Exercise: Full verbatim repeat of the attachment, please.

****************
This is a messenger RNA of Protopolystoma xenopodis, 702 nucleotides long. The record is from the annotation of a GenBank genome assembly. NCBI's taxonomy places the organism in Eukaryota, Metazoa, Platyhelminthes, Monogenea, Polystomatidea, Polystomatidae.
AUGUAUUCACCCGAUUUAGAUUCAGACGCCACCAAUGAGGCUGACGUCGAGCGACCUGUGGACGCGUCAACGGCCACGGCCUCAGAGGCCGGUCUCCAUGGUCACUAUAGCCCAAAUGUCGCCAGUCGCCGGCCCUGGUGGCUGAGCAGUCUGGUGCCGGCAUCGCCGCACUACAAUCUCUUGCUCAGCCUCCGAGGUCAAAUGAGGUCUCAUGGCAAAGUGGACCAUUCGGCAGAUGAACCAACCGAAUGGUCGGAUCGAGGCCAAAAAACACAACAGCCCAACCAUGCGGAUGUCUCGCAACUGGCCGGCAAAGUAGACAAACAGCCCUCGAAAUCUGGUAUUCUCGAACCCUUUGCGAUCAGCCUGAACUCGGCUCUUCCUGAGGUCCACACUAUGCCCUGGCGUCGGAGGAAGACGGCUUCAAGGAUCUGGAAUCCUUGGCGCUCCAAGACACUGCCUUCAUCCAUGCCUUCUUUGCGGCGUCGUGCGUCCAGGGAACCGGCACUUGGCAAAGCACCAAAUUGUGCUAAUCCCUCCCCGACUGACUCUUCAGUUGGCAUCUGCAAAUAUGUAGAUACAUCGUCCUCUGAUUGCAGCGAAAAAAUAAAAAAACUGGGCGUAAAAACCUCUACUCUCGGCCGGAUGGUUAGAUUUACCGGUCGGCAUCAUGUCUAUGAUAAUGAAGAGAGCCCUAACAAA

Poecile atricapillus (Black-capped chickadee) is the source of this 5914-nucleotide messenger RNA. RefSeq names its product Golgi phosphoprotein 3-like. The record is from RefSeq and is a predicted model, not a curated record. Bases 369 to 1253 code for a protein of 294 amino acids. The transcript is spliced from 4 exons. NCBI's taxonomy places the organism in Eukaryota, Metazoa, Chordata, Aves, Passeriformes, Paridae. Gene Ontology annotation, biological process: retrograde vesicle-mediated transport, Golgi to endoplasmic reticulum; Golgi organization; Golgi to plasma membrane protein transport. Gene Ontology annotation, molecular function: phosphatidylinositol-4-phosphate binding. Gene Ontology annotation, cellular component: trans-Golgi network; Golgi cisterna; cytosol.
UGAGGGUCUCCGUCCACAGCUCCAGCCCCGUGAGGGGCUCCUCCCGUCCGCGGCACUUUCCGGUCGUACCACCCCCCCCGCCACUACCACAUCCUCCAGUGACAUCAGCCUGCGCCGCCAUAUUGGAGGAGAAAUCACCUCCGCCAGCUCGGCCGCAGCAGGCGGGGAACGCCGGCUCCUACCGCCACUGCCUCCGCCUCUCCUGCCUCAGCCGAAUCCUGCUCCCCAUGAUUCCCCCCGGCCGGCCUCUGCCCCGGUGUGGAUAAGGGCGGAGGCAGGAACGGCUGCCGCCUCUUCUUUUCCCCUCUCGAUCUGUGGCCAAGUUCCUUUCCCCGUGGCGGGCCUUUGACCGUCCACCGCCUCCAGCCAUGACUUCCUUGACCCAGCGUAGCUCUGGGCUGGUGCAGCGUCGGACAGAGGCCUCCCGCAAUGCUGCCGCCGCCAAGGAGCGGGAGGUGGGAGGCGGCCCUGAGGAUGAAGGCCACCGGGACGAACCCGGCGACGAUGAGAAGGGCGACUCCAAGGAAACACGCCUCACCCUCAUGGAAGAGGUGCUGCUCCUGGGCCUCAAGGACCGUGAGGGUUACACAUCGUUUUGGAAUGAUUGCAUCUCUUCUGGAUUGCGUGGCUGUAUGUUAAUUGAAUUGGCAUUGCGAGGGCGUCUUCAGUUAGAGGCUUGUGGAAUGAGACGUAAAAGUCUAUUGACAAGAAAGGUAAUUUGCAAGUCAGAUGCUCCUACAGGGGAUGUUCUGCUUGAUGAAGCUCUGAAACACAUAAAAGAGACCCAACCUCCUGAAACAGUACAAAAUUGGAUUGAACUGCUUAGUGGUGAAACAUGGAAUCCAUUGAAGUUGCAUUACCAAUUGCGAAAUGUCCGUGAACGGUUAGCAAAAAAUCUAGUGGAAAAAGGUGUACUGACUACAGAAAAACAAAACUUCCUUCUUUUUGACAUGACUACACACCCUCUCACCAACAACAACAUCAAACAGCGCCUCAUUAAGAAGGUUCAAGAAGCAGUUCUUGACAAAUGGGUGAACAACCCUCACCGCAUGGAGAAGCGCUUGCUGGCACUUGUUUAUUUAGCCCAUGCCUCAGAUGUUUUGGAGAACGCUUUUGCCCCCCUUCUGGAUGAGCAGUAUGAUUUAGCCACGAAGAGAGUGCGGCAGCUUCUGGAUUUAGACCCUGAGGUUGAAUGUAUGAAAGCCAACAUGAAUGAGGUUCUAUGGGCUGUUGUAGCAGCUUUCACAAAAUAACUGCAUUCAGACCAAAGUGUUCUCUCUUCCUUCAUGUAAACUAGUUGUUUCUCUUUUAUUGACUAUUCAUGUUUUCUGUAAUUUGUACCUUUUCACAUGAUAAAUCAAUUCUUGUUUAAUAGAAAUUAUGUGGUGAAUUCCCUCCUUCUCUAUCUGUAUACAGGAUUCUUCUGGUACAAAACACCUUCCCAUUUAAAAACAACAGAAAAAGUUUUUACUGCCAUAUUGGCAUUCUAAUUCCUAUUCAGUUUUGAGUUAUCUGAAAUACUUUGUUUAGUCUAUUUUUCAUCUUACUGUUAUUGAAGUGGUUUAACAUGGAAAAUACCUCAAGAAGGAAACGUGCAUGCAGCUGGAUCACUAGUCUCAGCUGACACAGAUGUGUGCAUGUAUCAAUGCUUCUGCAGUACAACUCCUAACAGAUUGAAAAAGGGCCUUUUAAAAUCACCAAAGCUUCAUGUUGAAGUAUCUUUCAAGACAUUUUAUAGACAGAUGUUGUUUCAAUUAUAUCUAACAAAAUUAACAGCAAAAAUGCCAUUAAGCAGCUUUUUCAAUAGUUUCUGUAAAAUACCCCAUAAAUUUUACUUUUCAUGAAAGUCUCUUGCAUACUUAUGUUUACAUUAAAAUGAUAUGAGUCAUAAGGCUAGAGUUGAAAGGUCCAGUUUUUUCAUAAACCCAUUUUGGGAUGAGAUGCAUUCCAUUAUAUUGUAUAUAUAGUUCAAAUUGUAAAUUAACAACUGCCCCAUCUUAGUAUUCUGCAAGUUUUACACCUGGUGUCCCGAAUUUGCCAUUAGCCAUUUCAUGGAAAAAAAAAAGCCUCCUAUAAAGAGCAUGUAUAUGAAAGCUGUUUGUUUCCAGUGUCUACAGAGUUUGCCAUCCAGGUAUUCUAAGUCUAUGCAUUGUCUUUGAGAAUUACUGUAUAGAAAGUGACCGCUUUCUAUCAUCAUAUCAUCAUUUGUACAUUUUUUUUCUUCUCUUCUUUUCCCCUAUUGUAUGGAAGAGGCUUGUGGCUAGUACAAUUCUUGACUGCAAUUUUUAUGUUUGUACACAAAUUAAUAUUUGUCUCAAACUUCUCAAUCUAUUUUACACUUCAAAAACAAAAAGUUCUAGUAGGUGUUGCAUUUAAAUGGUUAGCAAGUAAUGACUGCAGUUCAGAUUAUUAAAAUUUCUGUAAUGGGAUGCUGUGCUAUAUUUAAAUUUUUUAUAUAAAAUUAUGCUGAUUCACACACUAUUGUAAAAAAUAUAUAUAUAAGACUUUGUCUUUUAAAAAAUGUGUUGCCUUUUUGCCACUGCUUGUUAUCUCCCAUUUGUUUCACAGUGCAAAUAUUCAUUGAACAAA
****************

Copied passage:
This is a messenger RNA of Protopolystoma xenopodis, 702 nucleotides long. The record is from the annotation of a GenBank genome assembly. NCBI's taxonomy places the organism in Eukaryota, Metazoa, Platyhelminthes, Monogenea, Polystomatidea, Polystomatidae.
AUGUAUUCACCCGAUUUAGAUUCAGACGCCACCAAUGAGGCUGACGUCGAGCGACCUGUGGACGCGUCAACGGCCACGGCCUCAGAGGCCGGUCUCCAUGGUCACUAUAGCCCAAAUGUCGCCAGUCGCCGGCCCUGGUGGCUGAGCAGUCUGGUGCCGGCAUCGCCGCACUACAAUCUCUUGCUCAGCCUCCGAGGUCAAAUGAGGUCUCAUGGCAAAGUGGACCAUUCGGCAGAUGAACCAACCGAAUGGUCGGAUCGAGGCCAAAAAACACAACAGCCCAACCAUGCGGAUGUCUCGCAACUGGCCGGCAAAGUAGACAAACAGCCCUCGAAAUCUGGUAUUCUCGAACCCUUUGCGAUCAGCCUGAACUCGGCUCUUCCUGAGGUCCACACUAUGCCCUGGCGUCGGAGGAAGACGGCUUCAAGGAUCUGGAAUCCUUGGCGCUCCAAGACACUGCCUUCAUCCAUGCCUUCUUUGCGGCGUCGUGCGUCCAGGGAACCGGCACUUGGCAAAGCACCAAAUUGUGCUAAUCCCUCCCCGACUGACUCUUCAGUUGGCAUCUGCAAAUAUGUAGAUACAUCGUCCUCUGAUUGCAGCGAAAAAAUAAAAAAACUGGGCGUAAAAACCUCUACUCUCGGCCGGAUGGUUAGAUUUACCGGUCGGCAUCAUGUCUAUGAUAAUGAAGAGAGCCCUAACAAA

Poecile atricapillus (Black-capped chickadee) is the source of this 5914-nucleotide messenger RNA. RefSeq names its product Golgi phosphoprotein 3-like. The record is from RefSeq and is a predicted model, not a curated record. Bases 369 to 1253 code for a protein of 294 amino acids. The transcript is spliced from 4 exons. NCBI's taxonomy places the organism in Eukaryota, Metazoa, Chordata, Aves, Passeriformes, Paridae. Gene Ontology annotation, biological process: retrograde vesicle-mediated transport, Golgi to endoplasmic reticulum; Golgi organization; Golgi to plasma membrane protein transport. Gene Ontology annotation, molecular function: phosphatidylinositol-4-phosphate binding. Gene Ontology annotation, cellular component: trans-Golgi network; Golgi cisterna; cytosol.
UGAGGGUCUCCGUCCACAGCUCCAGCCCCGUGAGGGGCUCCUCCCGUCCGCGGCACUUUCCGGUCGUACCACCCCCCCCGCCACUACCACAUCCUCCAGUGACAUCAGCCUGCGCCGCCAUAUUGGAGGAGAAAUCACCUCCGCCAGCUCGGCCGCAGCAGGCGGGGAACGCCGGCUCCUACCGCCACUGCCUCCGCCUCUCCUGCCUCAGCCGAAUCCUGCUCCCCAUGAUUCCCCCCGGCCGGCCUCUGCCCCGGUGUGGAUAAGGGCGGAGGCAGGAACGGCUGCCGCCUCUUCUUUUCCCCUCUCGAUCUGUGGCCAAGUUCCUUUCCCCGUGGCGGGCCUUUGACCGUCCACCGCCUCCAGCCAUGACUUCCUUGACCCAGCGUAGCUCUGGGCUGGUGCAGCGUCGGACAGAGGCCUCCCGCAAUGCUGCCGCCGCCAAGGAGCGGGAGGUGGGAGGCGGCCCUGAGGAUGAAGGCCACCGGGACGAACCCGGCGACGAUGAGAAGGGCGACUCCAAGGAAACACGCCUCACCCUCAUGGAAGAGGUGCUGCUCCUGGGCCUCAAGGACCGUGAGGGUUACACAUCGUUUUGGAAUGAUUGCAUCUCUUCUGGAUUGCGUGGCUGUAUGUUAAUUGAAUUGGCAUUGCGAGGGCGUCUUCAGUUAGAGGCUUGUGGAAUGAGACGUAAAAGUCUAUUGACAAGAAAGGUAAUUUGCAAGUCAGAUGCUCCUACAGGGGAUGUUCUGCUUGAUGAAGCUCUGAAACACAUAAAAGAGACCCAACCUCCUGAAACAGUACAAAAUUGGAUUGAACUGCUUAGUGGUGAAACAUGGAAUCCAUUGAAGUUGCAUUACCAAUUGCGAAAUGUCCGUGAACGGUUAGCAAAAAAUCUAGUGGAAAAAGGUGUACUGACUACAGAAAAACAAAACUUCCUUCUUUUUGACAUGACUACACACCCUCUCACCAACAACAACAUCAAACAGCGCCUCAUUAAGAAGGUUCAAGAAGCAGUUCUUGACAAAUGGGUGAACAACCCUCACCGCAUGGAGAAGCGCUUGCUGGCACUUGUUUAUUUAGCCCAUGCCUCAGAUGUUUUGGAGAACGCUUUUGCCCCCCUUCUGGAUGAGCAGUAUGAUUUAGCCACGAAGAGAGUGCGGCAGCUUCUGGAUUUAGACCCUGAGGUUGAAUGUAUGAAAGCCAACAUGAAUGAGGUUCUAUGGGCUGUUGUAGCAGCUUUCACAAAAUAACUGCAUUCAGACCAAAGUGUUCUCUCUUCCUUCAUGUAAACUAGUUGUUUCUCUUUUAUUGACUAUUCAUGUUUUCUGUAAUUUGUACCUUUUCACAUGAUAAAUCAAUUCUUGUUUAAUAGAAAUUAUGUGGUGAAUUCCCUCCUUCUCUAUCUGUAUACAGGAUUCUUCUGGUACAAAACACCUUCCCAUUUAAAAACAACAGAAAAAGUUUUUACUGCCAUAUUGGCAUUCUAAUUCCUAUUCAGUUUUGAGUUAUCUGAAAUACUUUGUUUAGUCUAUUUUUCAUCUUACUGUUAUUGAAGUGGUUUAACAUGGAAAAUACCUCAAGAAGGAAACGUGCAUGCAGCUGGAUCACUAGUCUCAGCUGACACAGAUGUGUGCAUGUAUCAAUGCUUCUGCAGUACAACUCCUAACAGAUUGAAAAAGGGCCUUUUAAAAUCACCAAAGCUUCAUGUUGAAGUAUCUUUCAAGACAUUUUAUAGACAGAUGUUGUUUCAAUUAUAUCUAACAAAAUUAACAGCAAAAAUGCCAUUAAGCAGCUUUUUCAAUAGUUUCUGUAAAAUACCCCAUAAAUUUUACUUUUCAUGAAAGUCUCUUGCAUACUUAUGUUUACAUUAAAAUGAUAUGAGUCAUAAGGCUAGAGUUGAAAGGUCCAGUUUUUUCAUAAACCCAUUUUGGGAUGAGAUGCAUUCCAUUAUAUUGUAUAUAUAGUUCAAAUUGUAAAUUAACAACUGCCCCAUCUUAGUAUUCUGCAAGUUUUACACCUGGUGUCCCGAAUUUGCCAUUAGCCAUUUCAUGGAAAAAAAAAAGCCUCCUAUAAAGAGCAUGUAUAUGAAAGCUGUUUGUUUCCAGUGUCUACAGAGUUUGCCAUCCAGGUAUUCUAAGUCUAUGCAUUGUCUUUGAGAAUUACUGUAUAGAAAGUGACCGCUUUCUAUCAUCAUAUCAUCAUUUGUACAUUUUUUUUCUUCUCUUCUUUUCCCCUAUUGUAUGGAAGAGGCUUGUGGCUAGUACAAUUCUUGACUGCAAUUUUUAUGUUUGUACACAAAUUAAUAUUUGUCUCAAACUUCUCAAUCUAUUUUACACUUCAAAAACAAAAAGUUCUAGUAGGUGUUGCAUUUAAAUGGUUAGCAAGUAAUGACUGCAGUUCAGAUUAUUAAAAUUUCUGUAAUGGGAUGCUGUGCUAUAUUUAAAUUUUUUAUAUAAAAUUAUGCUGAUUCACACACUAUUGUAAAAAAUAUAUAUAUAAGACUUUGUCUUUUAAAAAAUGUGUUGCCUUUUUGCCACUGCUUGUUAUCUCCCAUUUGUUUCACAGUGCAAAUAUUCAUUGAACAAA